One of the most powerful speeches was from Javier Gallardo from the New Orleans Workers Centre.  A guest work from Peru, he explained that when African Americans were displaced, hundreds of workers, like him, had been brought in from Latin America for Gulf Coast reconstruction and their employers names are on the passports. Their ability to stay in the U.S. is dependent on the employer.  He said that there is now a practice that when the employer is finished with the workers, he sells them to another employer for $2,000 each.  “What is that?,” he asked.  “We call it modern day slavery.   They want to divide us but the old slaves and the new slaves can join together and together we can defeat them,” he continued to thunderous applause.  The old slaves/new slaves metaphor wove its way through the rest of the forum in the powerful idea of a black-brown alliance, that veteran activists said would transform left-wing politics in the United States and especially in the South where the vast majority of the working class is now black and brown. 


Another impressive feature of the forum was the handling of conflict.  When the Palestinian contingent objected that they were the only group not permitted to speak for themselves in the anti-war plenary, the organizers read their letter of protest to the next plenary.  When the report of the indigenous caucus was stopped at the end of their allotted time by the moderator of the Peoples Movement Assembly by removing their mike, they took grave offense and felt silenced.  Within ten minutes most of the indigenous people in the room were on the stage with the consent of the organizers.  What could have been an explosive divisive moment with a lot of anger and hurt was handled with incredible skill by both permitting the protest and making sure it was interpreted in a way that created unity rather than division.   I had the feeling that a new culture of solidarity was being born, one we tried for in the feminist movement but never quite accomplished.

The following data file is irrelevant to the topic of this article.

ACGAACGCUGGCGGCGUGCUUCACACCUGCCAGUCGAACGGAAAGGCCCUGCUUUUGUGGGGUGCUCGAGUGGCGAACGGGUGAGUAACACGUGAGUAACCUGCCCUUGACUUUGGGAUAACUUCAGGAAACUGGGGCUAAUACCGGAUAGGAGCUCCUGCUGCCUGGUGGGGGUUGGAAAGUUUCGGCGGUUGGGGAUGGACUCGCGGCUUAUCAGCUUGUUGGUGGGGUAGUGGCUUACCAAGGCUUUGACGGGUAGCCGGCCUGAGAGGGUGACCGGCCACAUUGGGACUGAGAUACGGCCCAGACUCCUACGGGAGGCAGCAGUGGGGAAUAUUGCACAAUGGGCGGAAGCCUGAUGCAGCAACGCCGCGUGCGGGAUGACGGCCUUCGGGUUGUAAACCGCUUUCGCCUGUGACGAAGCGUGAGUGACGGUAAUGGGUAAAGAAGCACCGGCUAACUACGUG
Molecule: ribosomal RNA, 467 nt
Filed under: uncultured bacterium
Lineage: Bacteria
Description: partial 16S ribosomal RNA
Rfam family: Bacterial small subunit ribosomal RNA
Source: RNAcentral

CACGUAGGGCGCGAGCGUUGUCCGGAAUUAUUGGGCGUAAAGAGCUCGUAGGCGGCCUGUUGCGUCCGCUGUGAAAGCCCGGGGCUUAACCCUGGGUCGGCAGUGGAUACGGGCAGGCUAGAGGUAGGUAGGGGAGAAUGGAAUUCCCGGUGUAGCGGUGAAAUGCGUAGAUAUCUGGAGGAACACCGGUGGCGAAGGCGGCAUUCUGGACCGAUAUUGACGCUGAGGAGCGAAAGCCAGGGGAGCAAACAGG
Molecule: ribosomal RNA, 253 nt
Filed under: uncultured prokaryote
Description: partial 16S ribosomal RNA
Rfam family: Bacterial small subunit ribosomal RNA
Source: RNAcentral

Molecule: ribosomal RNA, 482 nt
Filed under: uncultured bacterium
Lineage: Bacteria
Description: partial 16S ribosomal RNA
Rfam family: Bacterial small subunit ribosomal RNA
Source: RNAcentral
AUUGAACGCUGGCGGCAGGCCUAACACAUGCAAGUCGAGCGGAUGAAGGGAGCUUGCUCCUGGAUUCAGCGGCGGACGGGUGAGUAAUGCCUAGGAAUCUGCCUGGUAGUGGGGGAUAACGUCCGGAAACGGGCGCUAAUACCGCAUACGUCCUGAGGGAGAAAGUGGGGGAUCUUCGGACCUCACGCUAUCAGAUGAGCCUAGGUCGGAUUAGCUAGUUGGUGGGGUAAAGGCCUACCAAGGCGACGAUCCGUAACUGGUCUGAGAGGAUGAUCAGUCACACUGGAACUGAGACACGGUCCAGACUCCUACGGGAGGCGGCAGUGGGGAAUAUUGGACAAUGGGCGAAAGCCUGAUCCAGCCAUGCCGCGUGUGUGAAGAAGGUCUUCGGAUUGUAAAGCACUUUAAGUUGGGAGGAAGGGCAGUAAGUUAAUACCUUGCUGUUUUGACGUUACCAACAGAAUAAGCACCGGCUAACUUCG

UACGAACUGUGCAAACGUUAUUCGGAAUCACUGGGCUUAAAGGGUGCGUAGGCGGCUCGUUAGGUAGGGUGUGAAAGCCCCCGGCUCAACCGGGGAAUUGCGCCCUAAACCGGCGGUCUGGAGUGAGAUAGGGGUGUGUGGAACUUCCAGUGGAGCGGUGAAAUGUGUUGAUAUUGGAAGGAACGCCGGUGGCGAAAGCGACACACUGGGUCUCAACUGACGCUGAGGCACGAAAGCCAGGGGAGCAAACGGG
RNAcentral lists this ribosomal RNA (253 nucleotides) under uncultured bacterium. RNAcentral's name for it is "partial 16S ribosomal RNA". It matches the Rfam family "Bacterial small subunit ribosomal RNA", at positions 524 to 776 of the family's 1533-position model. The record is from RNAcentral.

Of course there were weaknesses in the forum.  While strongly rooted in the traditions of the Civil Rights movement by the symbolic location in Atlanta and the presence of veteran civil rights activists, there was less discussion of working class or even feminist history.  Yet the impact of those movements were strongly felt in the powerful female leadership present everywhere and the strong emphasis on workers issues and organizing. None of the big environmental groups were present.  While the issue of the war and U.S. imperialism had pride of place, the mainstream anti-war movement had little presence.  The forum organizers bent the stick quite far towards poor, working class, indigenous, queer and people of colour groups and perhaps this was necessary to create the kind of movement really capable of making change in the United States. 

In her famous speech at the 2002 World Social Forum in Brazil, Arundhati Roy famously said, “Remember this: We be many and they be few. They need us more than we need them. Another world is not only possible, she is on her way. On a quiet day, I can hear her breathing. ”

 It wasn’t a quiet day in Atlanta but I could hear her shouting there, “What do we want?  Justice.  How will we get it?  People Power.”